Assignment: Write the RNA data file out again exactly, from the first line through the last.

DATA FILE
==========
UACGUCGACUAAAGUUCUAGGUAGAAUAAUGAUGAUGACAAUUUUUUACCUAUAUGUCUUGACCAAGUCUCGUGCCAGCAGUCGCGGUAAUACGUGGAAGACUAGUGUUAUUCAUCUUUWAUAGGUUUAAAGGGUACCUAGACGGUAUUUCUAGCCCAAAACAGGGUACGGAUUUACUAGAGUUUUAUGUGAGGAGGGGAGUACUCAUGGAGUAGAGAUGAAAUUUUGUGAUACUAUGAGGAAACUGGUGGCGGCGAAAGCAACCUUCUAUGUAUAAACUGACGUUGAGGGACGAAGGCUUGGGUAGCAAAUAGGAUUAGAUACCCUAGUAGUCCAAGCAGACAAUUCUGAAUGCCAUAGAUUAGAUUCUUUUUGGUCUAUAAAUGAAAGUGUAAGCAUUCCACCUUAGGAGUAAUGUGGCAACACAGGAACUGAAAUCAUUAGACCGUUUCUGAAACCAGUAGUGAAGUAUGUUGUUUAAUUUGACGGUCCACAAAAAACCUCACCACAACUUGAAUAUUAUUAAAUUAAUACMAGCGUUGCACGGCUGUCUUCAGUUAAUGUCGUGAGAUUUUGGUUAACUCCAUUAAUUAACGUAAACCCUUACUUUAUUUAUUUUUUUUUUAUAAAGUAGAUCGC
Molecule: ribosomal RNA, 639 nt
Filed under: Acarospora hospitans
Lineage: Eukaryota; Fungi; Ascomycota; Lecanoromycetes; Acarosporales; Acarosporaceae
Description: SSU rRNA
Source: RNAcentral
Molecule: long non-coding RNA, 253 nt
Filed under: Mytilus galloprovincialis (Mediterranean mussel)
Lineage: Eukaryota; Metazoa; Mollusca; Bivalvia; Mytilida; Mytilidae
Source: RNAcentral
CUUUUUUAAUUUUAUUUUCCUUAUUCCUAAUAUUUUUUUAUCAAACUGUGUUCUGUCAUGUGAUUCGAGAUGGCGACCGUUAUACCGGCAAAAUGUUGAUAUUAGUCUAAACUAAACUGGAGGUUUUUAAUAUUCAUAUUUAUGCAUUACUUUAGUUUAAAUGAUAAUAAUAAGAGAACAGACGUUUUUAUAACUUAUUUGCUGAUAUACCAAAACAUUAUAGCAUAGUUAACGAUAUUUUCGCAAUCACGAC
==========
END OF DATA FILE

UACGUCGACUAAAGUUCUAGGUAGAAUAAUGAUGAUGACAAUUUUUUACCUAUAUGUCUUGACCAAGUCUCGUGCCAGCAGUCGCGGUAAUACGUGGAAGACUAGUGUUAUUCAUCUUUWAUAGGUUUAAAGGGUACCUAGACGGUAUUUCUAGCCCAAAACAGGGUACGGAUUUACUAGAGUUUUAUGUGAGGAGGGGAGUACUCAUGGAGUAGAGAUGAAAUUUUGUGAUACUAUGAGGAAACUGGUGGCGGCGAAAGCAACCUUCUAUGUAUAAACUGACGUUGAGGGACGAAGGCUUGGGUAGCAAAUAGGAUUAGAUACCCUAGUAGUCCAAGCAGACAAUUCUGAAUGCCAUAGAUUAGAUUCUUUUUGGUCUAUAAAUGAAAGUGUAAGCAUUCCACCUUAGGAGUAAUGUGGCAACACAGGAACUGAAAUCAUUAGACCGUUUCUGAAACCAGUAGUGAAGUAUGUUGUUUAAUUUGACGGUCCACAAAAAACCUCACCACAACUUGAAUAUUAUUAAAUUAAUACMAGCGUUGCACGGCUGUCUUCAGUUAAUGUCGUGAGAUUUUGGUUAACUCCAUUAAUUAACGUAAACCCUUACUUUAUUUAUUUUUUUUUUAUAAAGUAGAUCGC
Molecule: ribosomal RNA, 639 nt
Filed under: Acarospora hospitans
Lineage: Eukaryota; Fungi; Ascomycota; Lecanoromycetes; Acarosporales; Acarosporaceae
Description: SSU rRNA
Source: RNAcentral
Molecule: long non-coding RNA, 253 nt
Filed under: Mytilus galloprovincialis (Mediterranean mussel)
Lineage: Eukaryota; Metazoa; Mollusca; Bivalvia; Mytilida; Mytilidae
Source: RNAcentral
CUUUUUUAAUUUUAUUUUCCUUAUUCCUAAUAUUUUUUUAUCAAACUGUGUUCUGUCAUGUGAUUCGAGAUGGCGACCGUUAUACCGGCAAAAUGUUGAUAUUAGUCUAAACUAAACUGGAGGUUUUUAAUAUUCAUAUUUAUGCAUUACUUUAGUUUAAAUGAUAAUAAUAAGAGAACAGACGUUUUUAUAACUUAUUUGCUGAUAUACCAAAACAUUAUAGCAUAGUUAACGAUAUUUUCGCAAUCACGAC